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Bryan Stevenson, EJI founder, prepares for opening of lynching memorial and museum

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Bryan Stevenson, founder and executive director of the Equal Justice Initiative in Montgomery, met with local and national media as EJI prepared to open its memorial and museum. (William C. Singleton III, for The Birmingham Times)
By William C. Singleton III
For The Birmingham Times

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Bryan Stevenson, founder and executive director of the Equal Justice Initiative in Montgomery, said Monday he is not concerned that some will find a museum and memorial on slavery and lynching too gruesome.

Stevenson met with local and national media as EJI prepared to open on April 26 a memorial and museum as part of its work to advance truth and reconciliation around race in America and to confront the legacy of slavery, lynching, and segregation.

A previous EJI project that put street markers in Montgomery to highlight the movement of the slave trade was well received, Stevenson said. “We’ve had students come through; we’ve had groups come through and … we have a lot of people who come from far away. So I’m hoping people near and far come. We’ll see.”

“We’re really hopeful that a lot of people in this community are going to be a part of this,” said Stevenson.

The EJI, a nonprofit group that represents poor defendants and prisoners denied fair treatment in the legal system, is ready to unveil the nation’s first memorial dedicated to black victims of lynching. The project involves two components: a museum which traces the journey of blacks from slavery to incarceration in American prison systems and a separate memorial facility with 805 rusted steel monuments with the names, counties and states where victims were lynched.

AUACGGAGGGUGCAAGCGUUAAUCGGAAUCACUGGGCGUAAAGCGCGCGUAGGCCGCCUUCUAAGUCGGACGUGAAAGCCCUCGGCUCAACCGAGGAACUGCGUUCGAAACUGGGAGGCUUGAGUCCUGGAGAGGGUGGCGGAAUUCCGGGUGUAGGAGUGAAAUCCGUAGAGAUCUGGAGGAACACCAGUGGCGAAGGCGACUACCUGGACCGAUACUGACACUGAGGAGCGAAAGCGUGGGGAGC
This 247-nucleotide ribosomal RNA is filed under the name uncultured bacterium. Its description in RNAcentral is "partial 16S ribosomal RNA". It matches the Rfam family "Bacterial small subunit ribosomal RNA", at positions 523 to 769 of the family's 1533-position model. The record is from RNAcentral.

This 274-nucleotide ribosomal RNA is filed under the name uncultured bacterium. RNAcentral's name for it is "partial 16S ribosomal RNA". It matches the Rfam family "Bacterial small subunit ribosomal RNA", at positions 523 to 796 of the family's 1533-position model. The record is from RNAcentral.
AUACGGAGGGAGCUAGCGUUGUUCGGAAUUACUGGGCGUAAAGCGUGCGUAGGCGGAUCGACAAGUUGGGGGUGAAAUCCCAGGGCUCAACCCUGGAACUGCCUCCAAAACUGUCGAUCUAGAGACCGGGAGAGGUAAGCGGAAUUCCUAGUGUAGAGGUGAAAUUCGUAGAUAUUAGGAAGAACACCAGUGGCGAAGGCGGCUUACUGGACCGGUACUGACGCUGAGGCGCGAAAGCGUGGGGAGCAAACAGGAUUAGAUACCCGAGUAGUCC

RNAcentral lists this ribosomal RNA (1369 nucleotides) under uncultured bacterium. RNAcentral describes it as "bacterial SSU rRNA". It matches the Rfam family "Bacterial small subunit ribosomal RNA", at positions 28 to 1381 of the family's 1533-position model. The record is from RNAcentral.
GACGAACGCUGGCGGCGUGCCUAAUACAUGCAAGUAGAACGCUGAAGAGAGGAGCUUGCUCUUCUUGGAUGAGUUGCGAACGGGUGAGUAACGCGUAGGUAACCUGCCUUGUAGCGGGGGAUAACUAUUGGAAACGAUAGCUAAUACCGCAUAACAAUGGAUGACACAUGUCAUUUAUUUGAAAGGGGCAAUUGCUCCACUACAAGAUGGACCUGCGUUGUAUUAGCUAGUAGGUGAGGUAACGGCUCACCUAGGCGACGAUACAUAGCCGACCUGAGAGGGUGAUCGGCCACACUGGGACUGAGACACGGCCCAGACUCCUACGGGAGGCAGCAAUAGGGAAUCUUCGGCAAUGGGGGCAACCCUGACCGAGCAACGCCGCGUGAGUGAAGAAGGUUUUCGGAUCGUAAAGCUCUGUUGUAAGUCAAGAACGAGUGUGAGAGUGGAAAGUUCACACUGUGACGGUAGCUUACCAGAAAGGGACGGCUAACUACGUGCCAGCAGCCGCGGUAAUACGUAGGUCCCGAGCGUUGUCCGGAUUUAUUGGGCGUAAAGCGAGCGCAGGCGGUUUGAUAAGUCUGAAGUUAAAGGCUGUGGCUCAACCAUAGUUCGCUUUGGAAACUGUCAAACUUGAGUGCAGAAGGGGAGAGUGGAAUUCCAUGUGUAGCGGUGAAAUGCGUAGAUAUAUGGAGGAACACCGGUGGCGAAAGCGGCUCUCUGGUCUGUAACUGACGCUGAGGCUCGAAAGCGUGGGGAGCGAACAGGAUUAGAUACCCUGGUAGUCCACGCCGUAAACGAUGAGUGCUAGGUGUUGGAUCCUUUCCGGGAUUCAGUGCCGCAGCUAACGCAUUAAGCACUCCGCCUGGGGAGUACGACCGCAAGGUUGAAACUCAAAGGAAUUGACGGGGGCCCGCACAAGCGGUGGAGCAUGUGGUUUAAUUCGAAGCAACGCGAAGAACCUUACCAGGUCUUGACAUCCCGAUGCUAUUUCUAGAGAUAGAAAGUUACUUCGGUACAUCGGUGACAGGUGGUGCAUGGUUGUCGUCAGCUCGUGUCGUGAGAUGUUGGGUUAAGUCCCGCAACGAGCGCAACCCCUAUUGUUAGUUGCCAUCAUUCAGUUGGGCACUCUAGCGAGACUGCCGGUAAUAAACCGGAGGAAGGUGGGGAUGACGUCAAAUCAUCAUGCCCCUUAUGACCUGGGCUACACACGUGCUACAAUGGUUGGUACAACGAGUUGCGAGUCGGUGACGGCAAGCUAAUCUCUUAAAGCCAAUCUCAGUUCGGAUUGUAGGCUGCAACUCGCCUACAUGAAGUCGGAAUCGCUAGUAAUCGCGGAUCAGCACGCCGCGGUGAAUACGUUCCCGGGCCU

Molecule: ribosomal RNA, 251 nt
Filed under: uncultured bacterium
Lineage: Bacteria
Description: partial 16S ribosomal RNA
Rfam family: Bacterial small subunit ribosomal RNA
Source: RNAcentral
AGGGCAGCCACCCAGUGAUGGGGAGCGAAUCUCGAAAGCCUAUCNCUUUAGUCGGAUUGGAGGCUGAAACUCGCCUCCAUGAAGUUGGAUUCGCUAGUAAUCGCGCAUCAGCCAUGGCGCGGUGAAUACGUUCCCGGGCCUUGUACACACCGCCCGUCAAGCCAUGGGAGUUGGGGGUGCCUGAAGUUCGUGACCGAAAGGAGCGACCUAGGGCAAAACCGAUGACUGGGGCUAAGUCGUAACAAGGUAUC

On Monday, the tour started at the EJI’s offices on 122 Commerce Street in a room containing a wall with 336 jars situation in 11 rows. The jars contained soil from the site of lynchings throughout the United States. The names of the victims adorn the jar and the date of the lynching. Those unidentified are marked “Unknown.” The same display is included in The Legacy Museum that stands a block away from EJI’s office on 115 Coosa Street.

The 11,000-square-foot Legacy Museum, built on the site of a former warehouse that imprisoned enslaved black people, is located midway between a historic slave market and the main river dock and train station where tens of thousands of enslaved people were trafficked during the height of the domestic slave trade.

The National Memorial for Peace and Justice is the nation’s first memorial dedicated to the legacy of enslaved black people, people terrorized by lynching, African-Americans humiliated by racial segregation and Jim Crow, and people of color burdened with contemporary presumptions of guilt and police violence. Work on the memorial began in 2010, when EJI staff began investigating thousands of lynchings in the South, many of which had never been documented.